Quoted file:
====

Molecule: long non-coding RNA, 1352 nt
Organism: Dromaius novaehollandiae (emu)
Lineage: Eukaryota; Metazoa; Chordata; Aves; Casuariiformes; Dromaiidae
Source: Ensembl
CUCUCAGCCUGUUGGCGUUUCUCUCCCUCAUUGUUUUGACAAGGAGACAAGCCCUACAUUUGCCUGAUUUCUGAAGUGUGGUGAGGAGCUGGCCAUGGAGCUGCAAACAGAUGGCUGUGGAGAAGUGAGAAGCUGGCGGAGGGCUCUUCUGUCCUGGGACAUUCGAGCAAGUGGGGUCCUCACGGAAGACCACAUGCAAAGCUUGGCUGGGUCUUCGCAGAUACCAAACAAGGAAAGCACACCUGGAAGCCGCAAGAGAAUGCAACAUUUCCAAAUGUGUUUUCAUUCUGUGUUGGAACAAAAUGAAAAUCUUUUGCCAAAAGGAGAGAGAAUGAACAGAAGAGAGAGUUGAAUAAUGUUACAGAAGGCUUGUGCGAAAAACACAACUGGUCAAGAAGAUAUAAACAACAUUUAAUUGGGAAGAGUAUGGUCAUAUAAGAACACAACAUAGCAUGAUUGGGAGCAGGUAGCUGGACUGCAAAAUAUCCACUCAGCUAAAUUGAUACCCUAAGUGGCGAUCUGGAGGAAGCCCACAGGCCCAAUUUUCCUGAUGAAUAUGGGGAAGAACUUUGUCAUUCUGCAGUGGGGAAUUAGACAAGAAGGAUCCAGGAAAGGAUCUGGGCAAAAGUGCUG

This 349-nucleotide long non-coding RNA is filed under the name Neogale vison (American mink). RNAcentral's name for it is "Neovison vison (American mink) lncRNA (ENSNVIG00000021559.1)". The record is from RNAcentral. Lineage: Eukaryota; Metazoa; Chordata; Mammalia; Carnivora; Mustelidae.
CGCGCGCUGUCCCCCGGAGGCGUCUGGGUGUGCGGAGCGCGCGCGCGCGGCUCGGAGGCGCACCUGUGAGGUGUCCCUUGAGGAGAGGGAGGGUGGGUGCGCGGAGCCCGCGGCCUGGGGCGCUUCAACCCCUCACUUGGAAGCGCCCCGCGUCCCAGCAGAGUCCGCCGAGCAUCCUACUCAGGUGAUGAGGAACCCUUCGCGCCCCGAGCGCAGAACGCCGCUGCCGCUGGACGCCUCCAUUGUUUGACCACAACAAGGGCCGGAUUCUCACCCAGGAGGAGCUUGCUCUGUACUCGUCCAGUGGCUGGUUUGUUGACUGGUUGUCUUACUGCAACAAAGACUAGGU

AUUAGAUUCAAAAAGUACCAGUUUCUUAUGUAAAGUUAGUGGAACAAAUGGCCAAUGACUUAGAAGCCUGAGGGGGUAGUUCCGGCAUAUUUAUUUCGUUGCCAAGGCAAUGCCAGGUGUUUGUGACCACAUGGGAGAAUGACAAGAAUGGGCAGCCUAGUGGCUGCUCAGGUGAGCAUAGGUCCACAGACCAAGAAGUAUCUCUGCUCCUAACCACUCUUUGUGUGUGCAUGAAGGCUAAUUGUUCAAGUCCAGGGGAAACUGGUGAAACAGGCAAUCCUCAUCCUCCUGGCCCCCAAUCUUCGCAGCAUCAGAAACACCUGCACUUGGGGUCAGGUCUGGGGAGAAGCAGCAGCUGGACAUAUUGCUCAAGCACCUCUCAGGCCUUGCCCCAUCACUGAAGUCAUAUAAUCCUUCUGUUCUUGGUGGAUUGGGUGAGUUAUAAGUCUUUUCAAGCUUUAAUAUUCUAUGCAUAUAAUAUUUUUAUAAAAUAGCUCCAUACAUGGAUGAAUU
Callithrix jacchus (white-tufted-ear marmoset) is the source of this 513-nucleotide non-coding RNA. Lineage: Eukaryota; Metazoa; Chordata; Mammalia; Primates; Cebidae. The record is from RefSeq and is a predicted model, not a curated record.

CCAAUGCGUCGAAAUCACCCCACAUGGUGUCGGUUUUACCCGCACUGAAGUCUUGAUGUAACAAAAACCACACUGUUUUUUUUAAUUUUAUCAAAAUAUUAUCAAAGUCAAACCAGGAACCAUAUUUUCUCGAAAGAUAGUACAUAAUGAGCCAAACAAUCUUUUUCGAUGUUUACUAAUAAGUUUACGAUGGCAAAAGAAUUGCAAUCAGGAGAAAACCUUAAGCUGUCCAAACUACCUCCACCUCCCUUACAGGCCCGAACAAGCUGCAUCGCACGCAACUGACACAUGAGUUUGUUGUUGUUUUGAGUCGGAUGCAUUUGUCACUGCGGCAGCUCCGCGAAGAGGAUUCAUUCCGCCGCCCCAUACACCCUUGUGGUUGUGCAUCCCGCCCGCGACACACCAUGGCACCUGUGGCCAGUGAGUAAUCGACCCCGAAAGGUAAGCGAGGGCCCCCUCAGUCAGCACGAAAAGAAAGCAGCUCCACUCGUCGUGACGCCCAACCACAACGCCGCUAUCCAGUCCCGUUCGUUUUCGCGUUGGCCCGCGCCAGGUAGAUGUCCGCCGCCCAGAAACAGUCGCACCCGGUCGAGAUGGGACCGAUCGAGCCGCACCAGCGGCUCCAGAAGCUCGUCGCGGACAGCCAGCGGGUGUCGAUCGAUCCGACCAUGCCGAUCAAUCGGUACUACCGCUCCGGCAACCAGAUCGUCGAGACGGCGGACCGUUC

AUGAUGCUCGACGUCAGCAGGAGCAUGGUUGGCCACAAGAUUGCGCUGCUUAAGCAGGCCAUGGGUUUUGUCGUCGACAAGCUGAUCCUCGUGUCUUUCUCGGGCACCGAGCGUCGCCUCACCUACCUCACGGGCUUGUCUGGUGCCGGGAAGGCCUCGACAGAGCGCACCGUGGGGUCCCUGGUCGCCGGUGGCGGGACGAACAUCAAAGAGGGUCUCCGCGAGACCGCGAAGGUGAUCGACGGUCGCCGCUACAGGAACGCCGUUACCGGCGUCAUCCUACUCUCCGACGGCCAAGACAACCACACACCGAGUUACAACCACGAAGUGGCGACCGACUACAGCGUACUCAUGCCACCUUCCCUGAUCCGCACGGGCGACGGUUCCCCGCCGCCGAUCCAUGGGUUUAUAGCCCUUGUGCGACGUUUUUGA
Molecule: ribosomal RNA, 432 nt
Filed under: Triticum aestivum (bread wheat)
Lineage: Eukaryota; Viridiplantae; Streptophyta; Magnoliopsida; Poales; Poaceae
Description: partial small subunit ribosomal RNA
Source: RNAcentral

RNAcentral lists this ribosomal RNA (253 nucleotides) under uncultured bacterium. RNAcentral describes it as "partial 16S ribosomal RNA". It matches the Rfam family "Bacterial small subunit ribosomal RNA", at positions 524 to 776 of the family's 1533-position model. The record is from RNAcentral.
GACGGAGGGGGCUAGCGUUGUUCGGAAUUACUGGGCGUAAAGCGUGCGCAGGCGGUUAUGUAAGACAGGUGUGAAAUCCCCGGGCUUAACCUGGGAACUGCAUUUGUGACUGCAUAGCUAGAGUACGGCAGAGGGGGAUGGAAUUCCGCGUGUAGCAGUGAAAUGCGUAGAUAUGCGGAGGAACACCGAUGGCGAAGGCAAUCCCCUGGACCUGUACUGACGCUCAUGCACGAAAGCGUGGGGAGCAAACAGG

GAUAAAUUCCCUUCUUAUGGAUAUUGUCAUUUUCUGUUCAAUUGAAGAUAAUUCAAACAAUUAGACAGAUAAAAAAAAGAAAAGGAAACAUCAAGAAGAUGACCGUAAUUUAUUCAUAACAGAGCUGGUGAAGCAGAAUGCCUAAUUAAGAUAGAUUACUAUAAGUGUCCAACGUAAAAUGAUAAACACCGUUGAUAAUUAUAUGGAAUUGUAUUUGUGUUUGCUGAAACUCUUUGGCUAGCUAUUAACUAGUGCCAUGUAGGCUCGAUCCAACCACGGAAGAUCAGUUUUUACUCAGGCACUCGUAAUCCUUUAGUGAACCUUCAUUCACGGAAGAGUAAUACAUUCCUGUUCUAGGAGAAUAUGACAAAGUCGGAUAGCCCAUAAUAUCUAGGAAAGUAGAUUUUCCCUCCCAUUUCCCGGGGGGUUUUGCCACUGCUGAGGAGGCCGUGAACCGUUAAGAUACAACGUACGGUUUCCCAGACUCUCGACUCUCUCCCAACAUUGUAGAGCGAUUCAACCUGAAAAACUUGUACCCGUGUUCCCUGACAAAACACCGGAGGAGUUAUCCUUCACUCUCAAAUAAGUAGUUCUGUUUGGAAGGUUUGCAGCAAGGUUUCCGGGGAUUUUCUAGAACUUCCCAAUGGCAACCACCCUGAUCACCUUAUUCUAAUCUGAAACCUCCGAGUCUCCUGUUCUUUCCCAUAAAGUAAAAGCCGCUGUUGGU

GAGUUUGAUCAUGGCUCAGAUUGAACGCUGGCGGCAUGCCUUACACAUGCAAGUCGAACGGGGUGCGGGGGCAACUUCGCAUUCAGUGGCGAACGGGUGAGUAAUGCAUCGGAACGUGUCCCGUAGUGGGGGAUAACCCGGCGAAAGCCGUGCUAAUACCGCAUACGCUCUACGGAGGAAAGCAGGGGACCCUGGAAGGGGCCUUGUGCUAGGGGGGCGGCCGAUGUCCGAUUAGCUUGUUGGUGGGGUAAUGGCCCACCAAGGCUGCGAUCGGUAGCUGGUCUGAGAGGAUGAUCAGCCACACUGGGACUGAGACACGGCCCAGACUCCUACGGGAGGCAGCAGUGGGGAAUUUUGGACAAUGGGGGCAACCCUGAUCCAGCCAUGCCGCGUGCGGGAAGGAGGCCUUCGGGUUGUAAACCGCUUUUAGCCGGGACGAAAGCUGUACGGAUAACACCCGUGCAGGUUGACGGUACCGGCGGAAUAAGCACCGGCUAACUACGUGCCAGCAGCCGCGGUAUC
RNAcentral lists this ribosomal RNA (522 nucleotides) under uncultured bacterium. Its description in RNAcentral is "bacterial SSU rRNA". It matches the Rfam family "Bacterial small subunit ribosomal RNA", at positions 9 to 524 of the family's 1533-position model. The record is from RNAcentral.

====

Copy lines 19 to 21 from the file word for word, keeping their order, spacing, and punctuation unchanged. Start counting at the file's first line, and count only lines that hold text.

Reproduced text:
GAUAAAUUCCCUUCUUAUGGAUAUUGUCAUUUUCUGUUCAAUUGAAGAUAAUUCAAACAAUUAGACAGAUAAAAAAAAGAAAAGGAAACAUCAAGAAGAUGACCGUAAUUUAUUCAUAACAGAGCUGGUGAAGCAGAAUGCCUAAUUAAGAUAGAUUACUAUAAGUGUCCAACGUAAAAUGAUAAACACCGUUGAUAAUUAUAUGGAAUUGUAUUUGUGUUUGCUGAAACUCUUUGGCUAGCUAUUAACUAGUGCCAUGUAGGCUCGAUCCAACCACGGAAGAUCAGUUUUUACUCAGGCACUCGUAAUCCUUUAGUGAACCUUCAUUCACGGAAGAGUAAUACAUUCCUGUUCUAGGAGAAUAUGACAAAGUCGGAUAGCCCAUAAUAUCUAGGAAAGUAGAUUUUCCCUCCCAUUUCCCGGGGGGUUUUGCCACUGCUGAGGAGGCCGUGAACCGUUAAGAUACAACGUACGGUUUCCCAGACUCUCGACUCUCUCCCAACAUUGUAGAGCGAUUCAACCUGAAAAACUUGUACCCGUGUUCCCUGACAAAACACCGGAGGAGUUAUCCUUCACUCUCAAAUAAGUAGUUCUGUUUGGAAGGUUUGCAGCAAGGUUUCCGGGGAUUUUCUAGAACUUCCCAAUGGCAACCACCCUGAUCACCUUAUUCUAAUCUGAAACCUCCGAGUCUCCUGUUCUUUCCCAUAAAGUAAAAGCCGCUGUUGGU

GAGUUUGAUCAUGGCUCAGAUUGAACGCUGGCGGCAUGCCUUACACAUGCAAGUCGAACGGGGUGCGGGGGCAACUUCGCAUUCAGUGGCGAACGGGUGAGUAAUGCAUCGGAACGUGUCCCGUAGUGGGGGAUAACCCGGCGAAAGCCGUGCUAAUACCGCAUACGCUCUACGGAGGAAAGCAGGGGACCCUGGAAGGGGCCUUGUGCUAGGGGGGCGGCCGAUGUCCGAUUAGCUUGUUGGUGGGGUAAUGGCCCACCAAGGCUGCGAUCGGUAGCUGGUCUGAGAGGAUGAUCAGCCACACUGGGACUGAGACACGGCCCAGACUCCUACGGGAGGCAGCAGUGGGGAAUUUUGGACAAUGGGGGCAACCCUGAUCCAGCCAUGCCGCGUGCGGGAAGGAGGCCUUCGGGUUGUAAACCGCUUUUAGCCGGGACGAAAGCUGUACGGAUAACACCCGUGCAGGUUGACGGUACCGGCGGAAUAAGCACCGGCUAACUACGUGCCAGCAGCCGCGGUAUC
RNAcentral lists this ribosomal RNA (522 nucleotides) under uncultured bacterium. Its description in RNAcentral is "bacterial SSU rRNA". It matches the Rfam family "Bacterial small subunit ribosomal RNA", at positions 9 to 524 of the family's 1533-position model. The record is from RNAcentral.